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Charlie's Angels Blame Game Just Keeps Getting More Intense

Following the dismal debut of Sony's Charlie's Angels reboot, writer, director, and actress Elizabeth Banks has offered up a few hot takes on why the angelic trio was taken down at the box office. During the film's U.K. premiere, she gave a new comment — and it casts a critical eye on the film's marketing campaign. 

Banks, who also starred in and produced the modern reimagining of the female-led action franchise, told MailOnline that among those who saw the Charlie's Angels reboot, the reception was mostly positive and that its poor box office was actually the result Sony failing properly promote the film.

"First of all, everyone that sees the movie loves the movie," Banks said. "I think that we had a problem with just, like, no one knew it was out." 

There are some things to unpack here, the first being Banks' claim that everyone who's seen it loves it. The argument isn't an unfamiliar one, often offered by directors looking for an easy way to counter a negative box-office narrative. The film's higher audience score on Rotten Tomatoes (79 percent against the critical rating of 57 percent) helps support Banks' statement that the marketing for the Charlie's Angels reboot may not have been the strongest to begin with. But in fairness to Sony, the film's marketing rollout was pretty extensive, according to The Hollywood Reporter. It not only featured a soundtrack laden with high-profile female musicians like Ariana Grande, Miley Cyrus, and Lana Del Rey, but also included a cross-promotion with RuPaul's Drag Race, partnerships with hair and fashion companies, and even a promotional spot with soccer star Megan Rapinoe.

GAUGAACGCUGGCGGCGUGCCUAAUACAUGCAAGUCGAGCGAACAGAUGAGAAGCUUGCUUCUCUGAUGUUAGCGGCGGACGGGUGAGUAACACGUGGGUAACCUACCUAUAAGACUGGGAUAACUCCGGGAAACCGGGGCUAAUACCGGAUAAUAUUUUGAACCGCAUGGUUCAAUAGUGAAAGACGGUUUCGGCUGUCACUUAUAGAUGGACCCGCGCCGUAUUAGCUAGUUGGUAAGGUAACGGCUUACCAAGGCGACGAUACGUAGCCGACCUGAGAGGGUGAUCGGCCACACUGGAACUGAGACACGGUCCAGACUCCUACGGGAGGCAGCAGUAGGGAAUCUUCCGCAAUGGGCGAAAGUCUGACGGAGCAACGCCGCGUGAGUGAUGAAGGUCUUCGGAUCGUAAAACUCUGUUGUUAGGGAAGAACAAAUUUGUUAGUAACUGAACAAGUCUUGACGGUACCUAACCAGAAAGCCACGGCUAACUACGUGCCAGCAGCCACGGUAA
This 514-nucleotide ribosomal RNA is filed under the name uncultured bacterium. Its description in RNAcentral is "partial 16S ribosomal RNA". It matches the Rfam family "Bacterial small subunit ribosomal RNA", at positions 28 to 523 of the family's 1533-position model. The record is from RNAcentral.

Yet, there were also reports that Sony knew the film's aggressive early marketing wasn't garnering a significant enough response. After the flop of another franchise reboot, Men in Black: International, the studio reportedly began to reassess how much it spends on films that seem to be underperforming in the lead up to their release. The Angels continuation cost around $50 million to make, but earned less than $9 million domestically during its domestic opening — a much lower debut than its projected $12 million to $15 million launch. That was just one-fifth of the $40 million the 2000 Charlie's Angels reboot — starring Cameron Diaz, Drew Barrymore, and Lucy Lui — made during its domestic debut.